Bering Sea temperatures increasing

dwheeler at dwheeler at
Sat Jan 30 11:48:00 EST 1999

The following article appeared in The Oregonian on Jan. 29, 1999, p C4

Ocean changes worry, perplex experts

By JAMES LONG, of The Oregonian staff

	The North Pacific Ocean is acting strangely, scientists say. They're
not sure why. And El Nino might not explain everything.    "It's not the same
ocean out here that it was 10 years ago," said Vicki Osis, a marine educator
at Oregon State University's Hatfield Marine Science Center in Newport.      
  The plankton species normally found off the Oregon coast have been changing
for a decade. A trademark seabird, the common murre, has been dying or
disappearing in disturbing numbers. Burrowing mole crabs, usually found in
warmer climates, have become common on beaches as far north as Astoria.  
Even the 30-ton gray whales are behaving oddly. 	About 23,000 grays
normally migrate down the Oregon coast each year, blowing their spouts within
sight of the beach. But for the past two years, the whales have swum farther
out to sea and arrived late. The peak migration off Newport is usually near
Christmas, but this year it was in January.   "The big buzz with researchers
is, what's going on out there?" Osis said. "It is a natural shift we're going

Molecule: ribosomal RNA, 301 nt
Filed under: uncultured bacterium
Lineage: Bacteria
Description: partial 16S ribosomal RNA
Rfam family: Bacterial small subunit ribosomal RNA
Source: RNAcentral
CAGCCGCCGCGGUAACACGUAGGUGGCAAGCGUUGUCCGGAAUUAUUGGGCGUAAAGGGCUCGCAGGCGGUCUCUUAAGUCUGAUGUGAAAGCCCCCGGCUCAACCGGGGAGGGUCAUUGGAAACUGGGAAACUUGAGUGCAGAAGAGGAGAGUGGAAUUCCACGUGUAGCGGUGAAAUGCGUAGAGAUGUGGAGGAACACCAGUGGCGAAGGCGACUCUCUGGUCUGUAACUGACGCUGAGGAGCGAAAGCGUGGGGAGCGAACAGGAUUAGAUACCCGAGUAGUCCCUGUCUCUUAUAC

through? Is it global warming? We don't know."	   Robert Pitkin, a U.S. Fish
and Wildlife Service biologist at the Hatfield center, said El Nino warming
can't be blamed for all the new developments. The two El Ninos were in
1991-92 and 1996-97, while alterations in the coastal ocean seem to have
increased through the decade.	 The El Nino phenomenon involves warm ocean
water pushing up from the south. But most of the warming off the Oregon coast
resulted from a slackening of northwest winds in the summer, Pitkin said. The
summer winds, working in a complex way with the rotation of the Earth,
usually peel away the warm surface of the ocean and replace it with cold,
nutrient-rich water from the depths, just when aquatic life needs it most.   
  Pitkin has tracked the slackening of the wind by counting dead birds on the